Magazine article ASEE Prism

Teaching Engineering Students to Sell

Magazine article ASEE Prism

Teaching Engineering Students to Sell

Article excerpt

With the growing need for technically knowledgeable sales professionals, it is imperative that colleges effectively and efficiently prepare students for these jobs. Sales engineering or technical sales programs bridge engineering and business disciplines to educate students in sales techniques and methodologies. These targeted courses and programs have historically been offered to engineering students through business schools, in particular marketing programs.

Our study investigated and analyzed cohorts of students enrolled in an introductory technical sales course offered by Iowa State University as part of a technical sales minor, in which nearly 60 percent of incoming students were enrolled. We aimed both to assess the changing perceptions and attitudes of engineering students toward technical sales and to understand the impact such engineering-based sales courses have on sales-related learning outcomes. The study administered a before-and-after survey of students enrolled in the course for five consecutive years to assess perceptions ranging from interest and ability to helpfulness in learning specific technical sales skills.

The course was designed to teach the following skills: sales process methodology, techniques for building professional relationships, sales automation software, prospecting and account development, market analysis and segmentation, responding to requests for quotes and requests for proposals in written and verbal form, developing technical value propositions and competitive positioning, evaluating organizational decision processes and people, technical marketing strategies, and sales closing strategies.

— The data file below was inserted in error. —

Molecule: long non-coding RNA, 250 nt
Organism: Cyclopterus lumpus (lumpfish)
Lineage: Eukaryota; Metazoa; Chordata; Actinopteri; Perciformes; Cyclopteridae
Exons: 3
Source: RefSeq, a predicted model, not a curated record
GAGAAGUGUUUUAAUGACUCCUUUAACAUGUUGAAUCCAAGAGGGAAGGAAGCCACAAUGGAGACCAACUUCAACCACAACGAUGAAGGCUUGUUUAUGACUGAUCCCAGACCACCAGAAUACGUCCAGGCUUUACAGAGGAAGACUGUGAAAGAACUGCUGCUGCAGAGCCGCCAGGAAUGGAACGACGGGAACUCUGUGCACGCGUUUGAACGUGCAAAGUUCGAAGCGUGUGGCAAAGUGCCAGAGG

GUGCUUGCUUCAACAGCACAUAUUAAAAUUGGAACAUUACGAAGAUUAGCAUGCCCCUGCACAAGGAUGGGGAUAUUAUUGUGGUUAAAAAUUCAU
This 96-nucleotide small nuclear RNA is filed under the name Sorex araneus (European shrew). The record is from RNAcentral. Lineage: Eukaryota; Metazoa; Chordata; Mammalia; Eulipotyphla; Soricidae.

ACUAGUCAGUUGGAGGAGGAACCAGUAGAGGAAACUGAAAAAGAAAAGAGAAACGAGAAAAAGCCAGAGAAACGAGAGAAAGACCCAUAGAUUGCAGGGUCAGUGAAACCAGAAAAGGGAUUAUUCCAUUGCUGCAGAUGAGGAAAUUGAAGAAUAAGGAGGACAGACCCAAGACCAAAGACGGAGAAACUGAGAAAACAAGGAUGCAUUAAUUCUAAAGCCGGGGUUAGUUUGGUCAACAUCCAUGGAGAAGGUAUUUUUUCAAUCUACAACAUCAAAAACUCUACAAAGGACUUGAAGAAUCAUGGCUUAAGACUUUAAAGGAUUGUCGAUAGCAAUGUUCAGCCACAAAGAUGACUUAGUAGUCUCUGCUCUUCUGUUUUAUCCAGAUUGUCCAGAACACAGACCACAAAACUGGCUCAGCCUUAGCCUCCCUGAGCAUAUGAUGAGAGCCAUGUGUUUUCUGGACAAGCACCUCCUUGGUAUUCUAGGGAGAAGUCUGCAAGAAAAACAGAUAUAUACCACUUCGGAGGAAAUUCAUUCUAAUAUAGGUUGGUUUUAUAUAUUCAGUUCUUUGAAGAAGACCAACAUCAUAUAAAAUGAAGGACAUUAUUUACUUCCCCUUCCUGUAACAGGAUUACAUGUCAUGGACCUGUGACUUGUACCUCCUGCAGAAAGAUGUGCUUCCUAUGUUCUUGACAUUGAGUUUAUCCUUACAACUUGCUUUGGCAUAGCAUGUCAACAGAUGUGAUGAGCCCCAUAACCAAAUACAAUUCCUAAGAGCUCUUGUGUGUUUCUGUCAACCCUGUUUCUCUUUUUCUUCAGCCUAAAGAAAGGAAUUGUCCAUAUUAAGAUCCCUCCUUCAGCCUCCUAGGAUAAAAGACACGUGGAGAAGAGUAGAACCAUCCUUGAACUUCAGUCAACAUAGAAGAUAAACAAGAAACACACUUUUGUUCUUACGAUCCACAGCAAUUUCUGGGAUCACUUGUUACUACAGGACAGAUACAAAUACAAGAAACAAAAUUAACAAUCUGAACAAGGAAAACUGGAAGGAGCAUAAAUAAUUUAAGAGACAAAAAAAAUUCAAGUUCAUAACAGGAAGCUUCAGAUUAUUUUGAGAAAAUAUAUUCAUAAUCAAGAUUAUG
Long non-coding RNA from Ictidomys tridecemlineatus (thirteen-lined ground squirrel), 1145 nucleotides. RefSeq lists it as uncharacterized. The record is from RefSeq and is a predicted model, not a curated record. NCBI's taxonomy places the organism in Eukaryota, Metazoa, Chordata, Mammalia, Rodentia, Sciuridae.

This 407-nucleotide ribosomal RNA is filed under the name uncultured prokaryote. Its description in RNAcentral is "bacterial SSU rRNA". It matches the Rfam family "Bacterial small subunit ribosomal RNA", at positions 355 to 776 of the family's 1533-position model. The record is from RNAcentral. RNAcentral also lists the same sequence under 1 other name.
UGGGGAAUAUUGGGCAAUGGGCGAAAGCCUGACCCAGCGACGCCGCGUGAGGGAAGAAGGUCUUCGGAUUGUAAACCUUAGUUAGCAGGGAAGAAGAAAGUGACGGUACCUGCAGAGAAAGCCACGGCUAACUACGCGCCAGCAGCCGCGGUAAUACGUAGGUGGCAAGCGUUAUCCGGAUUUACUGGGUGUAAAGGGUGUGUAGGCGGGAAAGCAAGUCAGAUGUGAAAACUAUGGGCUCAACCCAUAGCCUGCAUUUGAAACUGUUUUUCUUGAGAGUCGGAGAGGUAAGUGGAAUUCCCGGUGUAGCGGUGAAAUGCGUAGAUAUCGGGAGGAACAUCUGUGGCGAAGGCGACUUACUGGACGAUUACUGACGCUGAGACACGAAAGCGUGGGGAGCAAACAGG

A Sales Engineering Students' Learning Outcomes Survey (SESLOS) was created and used to assess students' pre- and post-course perceptions. A total of 281 students provided some data with a subset of students (n = 99) completing both the "before" and "after" assessments. The survey showed a significant increase in students' interest in sales as a potential career and in their appreciation of sales skills in both professional and life success. The survey did not, however, ask students why they might have changed career preferences.

It is encouraging to see an increase in value associated with sales skills, even though students came into the course with a strong perception of the importance of sales skills. It is unknown how students came to this initial belief, but clearly the fact that students elected to take the course would indicate that they understood the importance of sales in their professional or personal lives. …

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